Policy Press

Publishing with a purpose

The Ironic State

British Comedy and the Everyday Politics of Globalization

By James Brassett

Published

1 Jan 2021

Page count

224 pages

ISBN

978-1529208450

Dimensions

234 x 156 mm

Imprint

Bristol University Press
£24.99 £19.99You save £5.00 (20%) Pre-order

Published

1 Jan 2021

Page count

224 pages

ISBN

978-1529208481

Dimensions

Imprint

Bristol University Press
£24.99 £19.99You save £5.00 (20%)
  • Coming soon
  • The Ironic State

    North and South American customers click here

    What can comedy tell us about the politics of a nation?

    In this book, James Brassett builds on his prize-winning research to demonstrate how British comedy can provide intimate and vital understandings of the everyday politics of globalization in Britain.

    The book explores British comedy and Britain’s global politics from post-war imperial decline through to its awkward embrace of globalization, examining a wide variety of comedic mediums, such as the popular television show The Office and the crowdfunded online satire The Daily Mash. Touching on issues such as empire, the class system and capitalism, the author demonstrates how comedy offers valuable insights on how global market life is experienced, mediated, contested and accommodated.

    "In this entertaining and incisive analysis, James Brassett historically traces British comedy through a broader global context. His creative counsel for a productive image of comedic resistance is one that has never been more urgent, or welcome, than today." Brent Steele, University of Utah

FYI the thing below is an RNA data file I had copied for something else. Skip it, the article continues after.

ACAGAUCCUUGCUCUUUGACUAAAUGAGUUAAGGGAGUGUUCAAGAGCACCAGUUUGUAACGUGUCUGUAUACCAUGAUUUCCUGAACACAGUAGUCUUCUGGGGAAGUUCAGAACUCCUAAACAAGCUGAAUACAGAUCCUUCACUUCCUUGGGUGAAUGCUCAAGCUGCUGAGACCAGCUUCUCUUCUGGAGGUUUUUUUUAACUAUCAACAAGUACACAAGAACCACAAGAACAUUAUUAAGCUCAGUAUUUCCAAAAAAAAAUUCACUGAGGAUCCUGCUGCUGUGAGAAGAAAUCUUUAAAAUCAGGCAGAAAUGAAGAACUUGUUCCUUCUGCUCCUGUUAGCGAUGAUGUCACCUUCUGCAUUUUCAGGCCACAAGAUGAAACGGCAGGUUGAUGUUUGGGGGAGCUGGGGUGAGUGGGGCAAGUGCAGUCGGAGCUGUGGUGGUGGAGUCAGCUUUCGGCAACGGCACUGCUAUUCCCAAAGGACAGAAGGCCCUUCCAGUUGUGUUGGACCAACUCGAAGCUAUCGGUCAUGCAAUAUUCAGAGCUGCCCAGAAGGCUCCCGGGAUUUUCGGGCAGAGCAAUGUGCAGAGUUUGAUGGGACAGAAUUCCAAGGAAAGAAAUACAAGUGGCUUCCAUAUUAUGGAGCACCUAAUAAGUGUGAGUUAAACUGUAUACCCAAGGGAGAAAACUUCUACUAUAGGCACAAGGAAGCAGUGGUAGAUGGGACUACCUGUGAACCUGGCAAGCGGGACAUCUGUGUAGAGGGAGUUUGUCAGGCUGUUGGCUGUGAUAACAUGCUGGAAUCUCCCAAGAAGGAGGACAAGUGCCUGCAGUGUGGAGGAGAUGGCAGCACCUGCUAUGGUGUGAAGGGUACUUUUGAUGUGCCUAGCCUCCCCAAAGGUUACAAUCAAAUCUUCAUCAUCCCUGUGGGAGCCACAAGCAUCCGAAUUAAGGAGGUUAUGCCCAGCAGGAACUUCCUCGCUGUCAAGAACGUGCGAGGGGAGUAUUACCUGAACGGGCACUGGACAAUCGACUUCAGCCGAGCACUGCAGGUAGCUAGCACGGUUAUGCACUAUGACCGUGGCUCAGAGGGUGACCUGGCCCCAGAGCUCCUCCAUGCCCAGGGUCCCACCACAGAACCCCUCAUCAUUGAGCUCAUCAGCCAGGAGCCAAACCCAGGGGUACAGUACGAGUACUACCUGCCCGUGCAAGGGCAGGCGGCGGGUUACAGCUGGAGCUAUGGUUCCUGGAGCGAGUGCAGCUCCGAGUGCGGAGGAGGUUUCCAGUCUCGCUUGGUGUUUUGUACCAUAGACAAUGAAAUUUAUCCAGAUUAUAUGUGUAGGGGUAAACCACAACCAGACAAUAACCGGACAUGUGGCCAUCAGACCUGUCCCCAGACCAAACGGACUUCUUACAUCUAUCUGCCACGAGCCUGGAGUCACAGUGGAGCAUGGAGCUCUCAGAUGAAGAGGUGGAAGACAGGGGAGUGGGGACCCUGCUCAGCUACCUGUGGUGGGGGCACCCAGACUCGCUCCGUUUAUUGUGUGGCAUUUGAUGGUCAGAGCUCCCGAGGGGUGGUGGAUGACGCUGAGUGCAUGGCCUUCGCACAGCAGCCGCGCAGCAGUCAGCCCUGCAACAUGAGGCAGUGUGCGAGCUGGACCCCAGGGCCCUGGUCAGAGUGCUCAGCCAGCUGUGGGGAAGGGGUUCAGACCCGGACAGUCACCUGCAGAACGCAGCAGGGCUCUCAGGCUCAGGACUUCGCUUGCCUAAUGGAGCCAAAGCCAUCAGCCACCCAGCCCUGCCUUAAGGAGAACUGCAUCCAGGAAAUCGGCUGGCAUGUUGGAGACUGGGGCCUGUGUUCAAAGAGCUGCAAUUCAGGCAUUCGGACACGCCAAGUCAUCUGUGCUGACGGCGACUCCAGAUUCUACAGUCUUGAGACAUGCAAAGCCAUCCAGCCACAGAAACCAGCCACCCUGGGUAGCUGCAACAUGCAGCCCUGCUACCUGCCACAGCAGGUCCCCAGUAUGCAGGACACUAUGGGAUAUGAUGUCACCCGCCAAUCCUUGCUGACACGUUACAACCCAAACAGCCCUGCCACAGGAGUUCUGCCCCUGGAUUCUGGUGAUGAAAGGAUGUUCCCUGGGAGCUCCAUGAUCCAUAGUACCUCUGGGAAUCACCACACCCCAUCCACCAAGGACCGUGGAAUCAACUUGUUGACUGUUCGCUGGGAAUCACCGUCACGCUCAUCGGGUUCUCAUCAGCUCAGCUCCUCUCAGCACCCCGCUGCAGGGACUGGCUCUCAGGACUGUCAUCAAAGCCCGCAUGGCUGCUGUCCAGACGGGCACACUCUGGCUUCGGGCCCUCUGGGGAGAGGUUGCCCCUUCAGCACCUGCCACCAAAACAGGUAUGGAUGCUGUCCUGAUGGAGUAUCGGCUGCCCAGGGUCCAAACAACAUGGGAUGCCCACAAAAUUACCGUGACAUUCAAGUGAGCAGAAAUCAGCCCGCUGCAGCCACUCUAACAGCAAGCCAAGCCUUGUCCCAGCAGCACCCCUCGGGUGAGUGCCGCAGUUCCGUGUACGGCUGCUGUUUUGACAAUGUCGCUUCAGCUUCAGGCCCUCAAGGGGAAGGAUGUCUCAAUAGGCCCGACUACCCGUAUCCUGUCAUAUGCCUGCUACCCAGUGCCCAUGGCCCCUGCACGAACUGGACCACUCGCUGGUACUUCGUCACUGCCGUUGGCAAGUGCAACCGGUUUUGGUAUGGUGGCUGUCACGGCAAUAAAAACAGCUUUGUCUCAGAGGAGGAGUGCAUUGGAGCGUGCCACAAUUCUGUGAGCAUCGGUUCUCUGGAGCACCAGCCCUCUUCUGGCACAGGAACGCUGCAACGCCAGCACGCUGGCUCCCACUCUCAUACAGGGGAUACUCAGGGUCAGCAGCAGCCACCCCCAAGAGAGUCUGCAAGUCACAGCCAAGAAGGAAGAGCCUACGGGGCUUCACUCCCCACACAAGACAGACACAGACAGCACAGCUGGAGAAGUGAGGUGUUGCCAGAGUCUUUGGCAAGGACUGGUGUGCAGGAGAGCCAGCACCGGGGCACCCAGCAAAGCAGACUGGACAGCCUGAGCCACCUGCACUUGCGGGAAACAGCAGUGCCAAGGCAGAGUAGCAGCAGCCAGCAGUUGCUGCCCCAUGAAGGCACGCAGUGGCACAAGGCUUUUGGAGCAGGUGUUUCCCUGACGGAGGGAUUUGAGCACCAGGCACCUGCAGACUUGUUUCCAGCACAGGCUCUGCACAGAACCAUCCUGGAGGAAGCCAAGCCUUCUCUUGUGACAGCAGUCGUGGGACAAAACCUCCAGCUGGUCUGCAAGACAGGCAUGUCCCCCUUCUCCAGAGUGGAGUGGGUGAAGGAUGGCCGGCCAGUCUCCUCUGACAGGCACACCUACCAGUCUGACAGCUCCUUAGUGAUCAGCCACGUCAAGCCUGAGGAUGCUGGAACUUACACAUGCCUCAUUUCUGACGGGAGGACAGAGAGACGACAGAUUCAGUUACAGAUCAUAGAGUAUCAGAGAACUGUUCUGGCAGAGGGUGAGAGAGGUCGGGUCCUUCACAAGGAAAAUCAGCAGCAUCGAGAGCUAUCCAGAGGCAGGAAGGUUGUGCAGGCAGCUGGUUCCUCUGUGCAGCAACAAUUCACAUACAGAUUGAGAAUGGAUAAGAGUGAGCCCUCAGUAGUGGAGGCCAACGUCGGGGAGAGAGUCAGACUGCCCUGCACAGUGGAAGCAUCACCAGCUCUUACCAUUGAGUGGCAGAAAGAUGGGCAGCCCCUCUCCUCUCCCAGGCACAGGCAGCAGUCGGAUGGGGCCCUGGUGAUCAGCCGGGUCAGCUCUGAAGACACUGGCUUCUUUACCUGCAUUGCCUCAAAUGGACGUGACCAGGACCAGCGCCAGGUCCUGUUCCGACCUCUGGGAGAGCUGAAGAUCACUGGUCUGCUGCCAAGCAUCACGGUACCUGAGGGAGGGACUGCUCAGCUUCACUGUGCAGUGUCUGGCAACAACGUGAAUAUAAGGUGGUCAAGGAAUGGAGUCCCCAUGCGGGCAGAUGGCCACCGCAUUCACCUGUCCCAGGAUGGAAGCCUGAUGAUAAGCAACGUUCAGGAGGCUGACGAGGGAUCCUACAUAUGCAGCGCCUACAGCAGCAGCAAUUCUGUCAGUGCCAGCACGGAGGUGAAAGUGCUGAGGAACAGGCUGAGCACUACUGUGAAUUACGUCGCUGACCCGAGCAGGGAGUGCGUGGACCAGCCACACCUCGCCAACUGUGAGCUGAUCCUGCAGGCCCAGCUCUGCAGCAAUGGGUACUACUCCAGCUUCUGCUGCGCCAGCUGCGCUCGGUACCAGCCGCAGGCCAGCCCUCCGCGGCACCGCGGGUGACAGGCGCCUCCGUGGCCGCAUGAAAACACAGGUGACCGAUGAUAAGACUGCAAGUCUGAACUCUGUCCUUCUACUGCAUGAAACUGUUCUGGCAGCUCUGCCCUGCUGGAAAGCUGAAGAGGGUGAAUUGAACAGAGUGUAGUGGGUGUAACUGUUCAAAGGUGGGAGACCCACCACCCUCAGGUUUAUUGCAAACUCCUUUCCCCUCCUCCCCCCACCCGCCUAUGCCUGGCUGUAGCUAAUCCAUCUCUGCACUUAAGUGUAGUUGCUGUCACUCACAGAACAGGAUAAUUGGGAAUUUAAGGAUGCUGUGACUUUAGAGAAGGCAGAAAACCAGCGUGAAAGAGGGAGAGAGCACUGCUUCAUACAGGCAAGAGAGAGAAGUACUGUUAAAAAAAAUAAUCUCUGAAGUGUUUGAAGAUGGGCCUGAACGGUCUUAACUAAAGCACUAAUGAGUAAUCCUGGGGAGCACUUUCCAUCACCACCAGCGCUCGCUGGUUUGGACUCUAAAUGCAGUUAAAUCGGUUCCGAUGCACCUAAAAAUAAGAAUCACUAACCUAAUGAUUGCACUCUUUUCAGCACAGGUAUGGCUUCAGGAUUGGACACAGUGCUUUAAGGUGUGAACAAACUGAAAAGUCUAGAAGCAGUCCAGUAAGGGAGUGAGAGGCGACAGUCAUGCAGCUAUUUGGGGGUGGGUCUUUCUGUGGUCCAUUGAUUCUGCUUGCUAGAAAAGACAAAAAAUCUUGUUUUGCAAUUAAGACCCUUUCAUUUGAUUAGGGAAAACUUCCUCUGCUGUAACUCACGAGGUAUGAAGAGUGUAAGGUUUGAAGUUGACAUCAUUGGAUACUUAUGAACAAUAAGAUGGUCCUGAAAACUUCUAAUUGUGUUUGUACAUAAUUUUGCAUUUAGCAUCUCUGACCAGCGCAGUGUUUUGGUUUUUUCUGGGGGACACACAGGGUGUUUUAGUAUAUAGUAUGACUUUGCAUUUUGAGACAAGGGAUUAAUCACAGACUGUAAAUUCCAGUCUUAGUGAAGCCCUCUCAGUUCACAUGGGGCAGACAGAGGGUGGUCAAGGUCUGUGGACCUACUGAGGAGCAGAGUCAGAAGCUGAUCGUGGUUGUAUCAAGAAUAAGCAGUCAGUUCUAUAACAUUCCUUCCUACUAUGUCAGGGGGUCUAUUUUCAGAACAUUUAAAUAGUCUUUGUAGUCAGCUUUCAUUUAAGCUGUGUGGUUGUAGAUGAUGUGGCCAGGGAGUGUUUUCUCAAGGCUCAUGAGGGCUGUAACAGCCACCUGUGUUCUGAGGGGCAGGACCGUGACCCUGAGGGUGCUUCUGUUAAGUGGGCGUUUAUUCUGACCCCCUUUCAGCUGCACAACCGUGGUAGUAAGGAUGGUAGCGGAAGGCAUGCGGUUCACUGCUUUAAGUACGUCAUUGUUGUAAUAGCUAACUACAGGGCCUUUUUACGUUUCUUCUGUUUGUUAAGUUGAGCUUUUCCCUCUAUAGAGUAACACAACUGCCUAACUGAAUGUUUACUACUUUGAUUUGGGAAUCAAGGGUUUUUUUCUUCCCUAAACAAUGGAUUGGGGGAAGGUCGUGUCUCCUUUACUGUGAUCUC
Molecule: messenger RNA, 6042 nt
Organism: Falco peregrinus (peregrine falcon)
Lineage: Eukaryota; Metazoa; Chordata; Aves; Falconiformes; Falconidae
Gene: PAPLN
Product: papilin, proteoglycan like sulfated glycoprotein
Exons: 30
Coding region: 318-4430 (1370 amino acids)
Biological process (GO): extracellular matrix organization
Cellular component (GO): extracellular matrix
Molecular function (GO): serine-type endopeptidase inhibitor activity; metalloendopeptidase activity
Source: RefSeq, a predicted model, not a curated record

"A fascinating perspective on how British comedy is integrated into our lived experience of globalised culture, its historical sweep is brought bang up to date with ‘citizen satire’ in meme culture and global platforms for our star comedians. A timely and thoughtful study on the politics of comedy." Jane Arthurs, co-author of Russell Brand: Comedy, Celebrity, Politics (Palgave 2016).

    “Very impressive theoretical and empirical contribution, easy to read, funny and interesting” Alex Sutton, Oxford Brooks University

    James Brassett is Reader in International Political Economy (IPE) at the University of Warwick.

    Introduction: British Comedy and the Politics of Globalisation;

    Everyday IPE, Resistance, and the Politics of Comedy;

    The Satire Boom: Imperial Decline and the Rise of the Everyday Elite;

    Alternative Comedy and Resistance to ‘Thatcher’s Britain’;

    Everyday Irony and the Rise of New Satire;

    Irony as Accommodation: The Office of Post-Fordism;

    Austerity and the Return of Radical Comedy;

    Brexaggeddon, or how I learned to stop worrying and love the Single Market;

    The Globalisation of British Comedy;

    Conclusion: Alternative Economies of Alternative Comedy.